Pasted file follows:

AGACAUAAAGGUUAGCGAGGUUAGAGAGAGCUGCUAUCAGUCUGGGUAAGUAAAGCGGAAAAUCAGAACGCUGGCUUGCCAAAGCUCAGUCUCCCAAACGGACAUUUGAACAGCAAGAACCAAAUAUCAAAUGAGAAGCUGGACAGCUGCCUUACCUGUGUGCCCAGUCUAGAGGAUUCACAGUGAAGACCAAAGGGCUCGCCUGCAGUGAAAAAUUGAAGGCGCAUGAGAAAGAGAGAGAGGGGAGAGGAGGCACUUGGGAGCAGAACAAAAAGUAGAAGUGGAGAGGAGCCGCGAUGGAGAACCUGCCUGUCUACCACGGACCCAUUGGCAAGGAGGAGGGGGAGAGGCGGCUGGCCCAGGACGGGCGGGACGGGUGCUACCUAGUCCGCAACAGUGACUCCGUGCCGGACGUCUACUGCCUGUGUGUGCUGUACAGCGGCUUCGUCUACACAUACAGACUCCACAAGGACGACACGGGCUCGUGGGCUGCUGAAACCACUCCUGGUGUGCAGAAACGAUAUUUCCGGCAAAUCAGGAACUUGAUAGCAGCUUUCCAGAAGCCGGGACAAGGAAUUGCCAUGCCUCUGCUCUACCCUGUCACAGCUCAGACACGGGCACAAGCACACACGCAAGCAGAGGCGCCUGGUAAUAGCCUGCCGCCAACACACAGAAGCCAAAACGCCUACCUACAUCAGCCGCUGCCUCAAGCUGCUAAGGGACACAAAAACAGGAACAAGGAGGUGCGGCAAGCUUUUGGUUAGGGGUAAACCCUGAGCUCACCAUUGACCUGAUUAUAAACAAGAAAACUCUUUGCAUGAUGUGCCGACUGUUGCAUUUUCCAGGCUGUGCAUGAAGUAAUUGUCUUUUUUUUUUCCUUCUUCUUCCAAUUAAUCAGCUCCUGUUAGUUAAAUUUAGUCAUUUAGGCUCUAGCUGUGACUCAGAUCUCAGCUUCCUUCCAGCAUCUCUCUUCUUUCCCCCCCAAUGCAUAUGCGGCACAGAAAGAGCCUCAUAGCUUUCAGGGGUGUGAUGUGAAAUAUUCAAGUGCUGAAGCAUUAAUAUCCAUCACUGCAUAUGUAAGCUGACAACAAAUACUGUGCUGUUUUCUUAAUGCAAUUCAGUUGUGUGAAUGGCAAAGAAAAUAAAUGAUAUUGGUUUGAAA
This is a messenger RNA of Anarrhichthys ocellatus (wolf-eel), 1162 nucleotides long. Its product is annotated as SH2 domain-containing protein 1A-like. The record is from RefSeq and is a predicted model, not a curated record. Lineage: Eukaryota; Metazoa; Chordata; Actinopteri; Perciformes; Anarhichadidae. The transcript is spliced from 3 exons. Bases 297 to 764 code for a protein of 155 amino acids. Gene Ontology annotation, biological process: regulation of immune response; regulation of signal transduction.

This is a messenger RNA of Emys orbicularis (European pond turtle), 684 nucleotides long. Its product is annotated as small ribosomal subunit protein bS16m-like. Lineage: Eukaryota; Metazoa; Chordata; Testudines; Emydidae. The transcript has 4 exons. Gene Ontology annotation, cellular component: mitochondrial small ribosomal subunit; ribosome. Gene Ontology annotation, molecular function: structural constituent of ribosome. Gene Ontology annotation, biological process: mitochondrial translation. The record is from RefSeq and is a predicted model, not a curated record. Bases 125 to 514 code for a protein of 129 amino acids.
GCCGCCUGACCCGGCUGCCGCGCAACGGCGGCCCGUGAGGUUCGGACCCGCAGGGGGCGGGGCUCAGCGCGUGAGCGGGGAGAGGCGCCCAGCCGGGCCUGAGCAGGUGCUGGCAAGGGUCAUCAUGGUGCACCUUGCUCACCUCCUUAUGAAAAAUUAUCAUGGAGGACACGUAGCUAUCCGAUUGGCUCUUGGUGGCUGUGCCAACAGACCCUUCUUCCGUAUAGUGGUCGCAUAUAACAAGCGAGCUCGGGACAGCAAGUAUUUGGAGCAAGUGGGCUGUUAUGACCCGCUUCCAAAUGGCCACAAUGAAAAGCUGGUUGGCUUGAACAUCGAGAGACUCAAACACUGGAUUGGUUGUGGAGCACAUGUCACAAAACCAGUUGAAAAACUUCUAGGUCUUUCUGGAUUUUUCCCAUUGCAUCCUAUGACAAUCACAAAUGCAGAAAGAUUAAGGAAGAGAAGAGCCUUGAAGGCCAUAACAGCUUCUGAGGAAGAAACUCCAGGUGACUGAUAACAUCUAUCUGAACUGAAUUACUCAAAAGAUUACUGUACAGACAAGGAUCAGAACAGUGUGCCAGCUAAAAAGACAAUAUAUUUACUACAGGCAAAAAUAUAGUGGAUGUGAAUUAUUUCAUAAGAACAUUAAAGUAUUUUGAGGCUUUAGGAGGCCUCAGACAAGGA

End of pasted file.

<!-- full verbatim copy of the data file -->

AGACAUAAAGGUUAGCGAGGUUAGAGAGAGCUGCUAUCAGUCUGGGUAAGUAAAGCGGAAAAUCAGAACGCUGGCUUGCCAAAGCUCAGUCUCCCAAACGGACAUUUGAACAGCAAGAACCAAAUAUCAAAUGAGAAGCUGGACAGCUGCCUUACCUGUGUGCCCAGUCUAGAGGAUUCACAGUGAAGACCAAAGGGCUCGCCUGCAGUGAAAAAUUGAAGGCGCAUGAGAAAGAGAGAGAGGGGAGAGGAGGCACUUGGGAGCAGAACAAAAAGUAGAAGUGGAGAGGAGCCGCGAUGGAGAACCUGCCUGUCUACCACGGACCCAUUGGCAAGGAGGAGGGGGAGAGGCGGCUGGCCCAGGACGGGCGGGACGGGUGCUACCUAGUCCGCAACAGUGACUCCGUGCCGGACGUCUACUGCCUGUGUGUGCUGUACAGCGGCUUCGUCUACACAUACAGACUCCACAAGGACGACACGGGCUCGUGGGCUGCUGAAACCACUCCUGGUGUGCAGAAACGAUAUUUCCGGCAAAUCAGGAACUUGAUAGCAGCUUUCCAGAAGCCGGGACAAGGAAUUGCCAUGCCUCUGCUCUACCCUGUCACAGCUCAGACACGGGCACAAGCACACACGCAAGCAGAGGCGCCUGGUAAUAGCCUGCCGCCAACACACAGAAGCCAAAACGCCUACCUACAUCAGCCGCUGCCUCAAGCUGCUAAGGGACACAAAAACAGGAACAAGGAGGUGCGGCAAGCUUUUGGUUAGGGGUAAACCCUGAGCUCACCAUUGACCUGAUUAUAAACAAGAAAACUCUUUGCAUGAUGUGCCGACUGUUGCAUUUUCCAGGCUGUGCAUGAAGUAAUUGUCUUUUUUUUUUCCUUCUUCUUCCAAUUAAUCAGCUCCUGUUAGUUAAAUUUAGUCAUUUAGGCUCUAGCUGUGACUCAGAUCUCAGCUUCCUUCCAGCAUCUCUCUUCUUUCCCCCCCAAUGCAUAUGCGGCACAGAAAGAGCCUCAUAGCUUUCAGGGGUGUGAUGUGAAAUAUUCAAGUGCUGAAGCAUUAAUAUCCAUCACUGCAUAUGUAAGCUGACAACAAAUACUGUGCUGUUUUCUUAAUGCAAUUCAGUUGUGUGAAUGGCAAAGAAAAUAAAUGAUAUUGGUUUGAAA
This is a messenger RNA of Anarrhichthys ocellatus (wolf-eel), 1162 nucleotides long. Its product is annotated as SH2 domain-containing protein 1A-like. The record is from RefSeq and is a predicted model, not a curated record. Lineage: Eukaryota; Metazoa; Chordata; Actinopteri; Perciformes; Anarhichadidae. The transcript is spliced from 3 exons. Bases 297 to 764 code for a protein of 155 amino acids. Gene Ontology annotation, biological process: regulation of immune response; regulation of signal transduction.

This is a messenger RNA of Emys orbicularis (European pond turtle), 684 nucleotides long. Its product is annotated as small ribosomal subunit protein bS16m-like. Lineage: Eukaryota; Metazoa; Chordata; Testudines; Emydidae. The transcript has 4 exons. Gene Ontology annotation, cellular component: mitochondrial small ribosomal subunit; ribosome. Gene Ontology annotation, molecular function: structural constituent of ribosome. Gene Ontology annotation, biological process: mitochondrial translation. The record is from RefSeq and is a predicted model, not a curated record. Bases 125 to 514 code for a protein of 129 amino acids.
GCCGCCUGACCCGGCUGCCGCGCAACGGCGGCCCGUGAGGUUCGGACCCGCAGGGGGCGGGGCUCAGCGCGUGAGCGGGGAGAGGCGCCCAGCCGGGCCUGAGCAGGUGCUGGCAAGGGUCAUCAUGGUGCACCUUGCUCACCUCCUUAUGAAAAAUUAUCAUGGAGGACACGUAGCUAUCCGAUUGGCUCUUGGUGGCUGUGCCAACAGACCCUUCUUCCGUAUAGUGGUCGCAUAUAACAAGCGAGCUCGGGACAGCAAGUAUUUGGAGCAAGUGGGCUGUUAUGACCCGCUUCCAAAUGGCCACAAUGAAAAGCUGGUUGGCUUGAACAUCGAGAGACUCAAACACUGGAUUGGUUGUGGAGCACAUGUCACAAAACCAGUUGAAAAACUUCUAGGUCUUUCUGGAUUUUUCCCAUUGCAUCCUAUGACAAUCACAAAUGCAGAAAGAUUAAGGAAGAGAAGAGCCUUGAAGGCCAUAACAGCUUCUGAGGAAGAAACUCCAGGUGACUGAUAACAUCUAUCUGAACUGAAUUACUCAAAAGAUUACUGUACAGACAAGGAUCAGAACAGUGUGCCAGCUAAAAAGACAAUAUAUUUACUACAGGCAAAAAUAUAGUGGAUGUGAAUUAUUUCAUAAGAACAUUAAAGUAUUUUGAGGCUUUAGGAGGCCUCAGACAAGGA